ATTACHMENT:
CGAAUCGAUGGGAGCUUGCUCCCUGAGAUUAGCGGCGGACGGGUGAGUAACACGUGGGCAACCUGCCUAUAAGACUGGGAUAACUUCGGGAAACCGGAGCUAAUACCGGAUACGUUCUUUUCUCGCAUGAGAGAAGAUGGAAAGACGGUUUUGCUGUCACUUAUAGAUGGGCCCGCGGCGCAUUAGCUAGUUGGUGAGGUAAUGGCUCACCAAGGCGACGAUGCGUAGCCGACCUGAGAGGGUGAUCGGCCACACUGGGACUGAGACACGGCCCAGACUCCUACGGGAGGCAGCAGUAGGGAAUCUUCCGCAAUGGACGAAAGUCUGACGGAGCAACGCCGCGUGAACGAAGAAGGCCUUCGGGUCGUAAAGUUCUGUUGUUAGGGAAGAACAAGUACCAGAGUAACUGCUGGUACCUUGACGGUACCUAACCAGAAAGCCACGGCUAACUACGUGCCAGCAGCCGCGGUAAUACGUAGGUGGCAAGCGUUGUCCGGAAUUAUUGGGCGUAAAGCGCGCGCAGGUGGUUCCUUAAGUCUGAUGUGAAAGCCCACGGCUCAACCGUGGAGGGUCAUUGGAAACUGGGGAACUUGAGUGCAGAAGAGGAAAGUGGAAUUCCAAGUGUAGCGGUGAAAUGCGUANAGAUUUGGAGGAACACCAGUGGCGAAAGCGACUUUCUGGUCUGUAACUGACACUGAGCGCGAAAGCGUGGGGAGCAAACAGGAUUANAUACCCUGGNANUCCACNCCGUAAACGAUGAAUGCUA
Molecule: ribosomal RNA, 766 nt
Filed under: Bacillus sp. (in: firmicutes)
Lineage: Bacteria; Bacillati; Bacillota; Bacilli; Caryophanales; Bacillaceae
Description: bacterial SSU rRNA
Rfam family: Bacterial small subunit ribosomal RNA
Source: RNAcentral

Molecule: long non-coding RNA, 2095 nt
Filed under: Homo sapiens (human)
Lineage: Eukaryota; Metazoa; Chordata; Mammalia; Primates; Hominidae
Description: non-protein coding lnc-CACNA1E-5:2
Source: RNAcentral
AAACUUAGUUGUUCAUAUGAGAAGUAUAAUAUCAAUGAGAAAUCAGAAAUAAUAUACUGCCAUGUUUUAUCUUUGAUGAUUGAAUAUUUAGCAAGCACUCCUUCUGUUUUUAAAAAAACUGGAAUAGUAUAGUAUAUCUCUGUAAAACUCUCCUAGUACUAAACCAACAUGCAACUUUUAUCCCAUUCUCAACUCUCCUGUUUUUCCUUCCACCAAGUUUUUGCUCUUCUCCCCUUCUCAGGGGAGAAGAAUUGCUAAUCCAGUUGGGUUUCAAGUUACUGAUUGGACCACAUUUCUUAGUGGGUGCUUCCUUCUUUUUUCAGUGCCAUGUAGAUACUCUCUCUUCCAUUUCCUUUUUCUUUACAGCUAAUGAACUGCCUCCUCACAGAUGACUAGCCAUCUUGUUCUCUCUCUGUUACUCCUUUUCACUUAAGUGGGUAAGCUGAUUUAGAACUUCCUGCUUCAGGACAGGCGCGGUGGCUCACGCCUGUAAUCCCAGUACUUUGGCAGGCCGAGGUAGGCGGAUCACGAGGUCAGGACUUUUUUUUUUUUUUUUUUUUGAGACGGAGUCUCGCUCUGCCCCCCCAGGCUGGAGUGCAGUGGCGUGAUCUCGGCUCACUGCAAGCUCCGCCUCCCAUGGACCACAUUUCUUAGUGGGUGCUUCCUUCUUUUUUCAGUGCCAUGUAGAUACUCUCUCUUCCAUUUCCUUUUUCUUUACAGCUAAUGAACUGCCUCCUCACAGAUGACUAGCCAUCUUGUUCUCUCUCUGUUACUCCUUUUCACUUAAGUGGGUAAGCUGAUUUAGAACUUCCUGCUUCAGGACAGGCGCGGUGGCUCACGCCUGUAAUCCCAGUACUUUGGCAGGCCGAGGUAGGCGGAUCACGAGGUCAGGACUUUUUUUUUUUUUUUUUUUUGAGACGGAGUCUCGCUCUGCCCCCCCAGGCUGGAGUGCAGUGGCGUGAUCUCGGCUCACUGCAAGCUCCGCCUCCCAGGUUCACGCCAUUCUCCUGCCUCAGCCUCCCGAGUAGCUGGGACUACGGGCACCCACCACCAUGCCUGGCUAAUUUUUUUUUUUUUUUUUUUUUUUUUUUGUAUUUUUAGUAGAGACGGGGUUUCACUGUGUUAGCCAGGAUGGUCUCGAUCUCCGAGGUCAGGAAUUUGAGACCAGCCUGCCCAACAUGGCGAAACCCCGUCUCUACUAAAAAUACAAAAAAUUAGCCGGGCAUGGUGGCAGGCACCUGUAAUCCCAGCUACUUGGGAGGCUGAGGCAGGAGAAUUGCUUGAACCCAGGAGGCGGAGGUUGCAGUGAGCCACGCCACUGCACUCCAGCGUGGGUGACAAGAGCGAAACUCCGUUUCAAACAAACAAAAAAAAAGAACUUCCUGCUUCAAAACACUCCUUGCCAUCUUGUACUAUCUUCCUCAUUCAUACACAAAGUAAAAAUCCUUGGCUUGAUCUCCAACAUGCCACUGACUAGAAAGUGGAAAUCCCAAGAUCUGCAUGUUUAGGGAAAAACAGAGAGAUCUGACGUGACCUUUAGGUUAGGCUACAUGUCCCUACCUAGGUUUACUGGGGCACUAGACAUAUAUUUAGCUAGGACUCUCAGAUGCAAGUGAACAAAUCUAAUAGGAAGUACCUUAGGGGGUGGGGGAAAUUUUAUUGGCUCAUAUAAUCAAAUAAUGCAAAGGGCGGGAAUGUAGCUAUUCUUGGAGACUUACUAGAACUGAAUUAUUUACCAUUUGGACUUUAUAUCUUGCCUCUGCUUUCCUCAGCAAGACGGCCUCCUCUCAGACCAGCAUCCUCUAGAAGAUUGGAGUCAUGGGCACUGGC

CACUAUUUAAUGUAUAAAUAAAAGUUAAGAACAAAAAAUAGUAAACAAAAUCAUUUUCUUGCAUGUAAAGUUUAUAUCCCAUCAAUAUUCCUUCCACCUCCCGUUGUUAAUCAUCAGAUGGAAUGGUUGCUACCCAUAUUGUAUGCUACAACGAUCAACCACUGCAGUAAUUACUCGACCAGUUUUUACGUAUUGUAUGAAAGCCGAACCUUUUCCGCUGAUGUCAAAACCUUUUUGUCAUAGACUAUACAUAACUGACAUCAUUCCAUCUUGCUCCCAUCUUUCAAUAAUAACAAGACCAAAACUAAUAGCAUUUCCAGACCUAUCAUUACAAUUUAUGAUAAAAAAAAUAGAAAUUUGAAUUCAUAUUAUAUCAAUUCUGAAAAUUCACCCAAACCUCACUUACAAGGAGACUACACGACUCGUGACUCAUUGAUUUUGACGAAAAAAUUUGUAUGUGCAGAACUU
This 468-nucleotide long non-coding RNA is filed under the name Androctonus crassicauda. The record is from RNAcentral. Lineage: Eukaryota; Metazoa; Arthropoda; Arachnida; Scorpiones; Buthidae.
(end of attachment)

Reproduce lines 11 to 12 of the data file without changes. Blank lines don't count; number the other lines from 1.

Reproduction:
Description: non-protein coding lnc-CACNA1E-5:2
Source: RNAcentral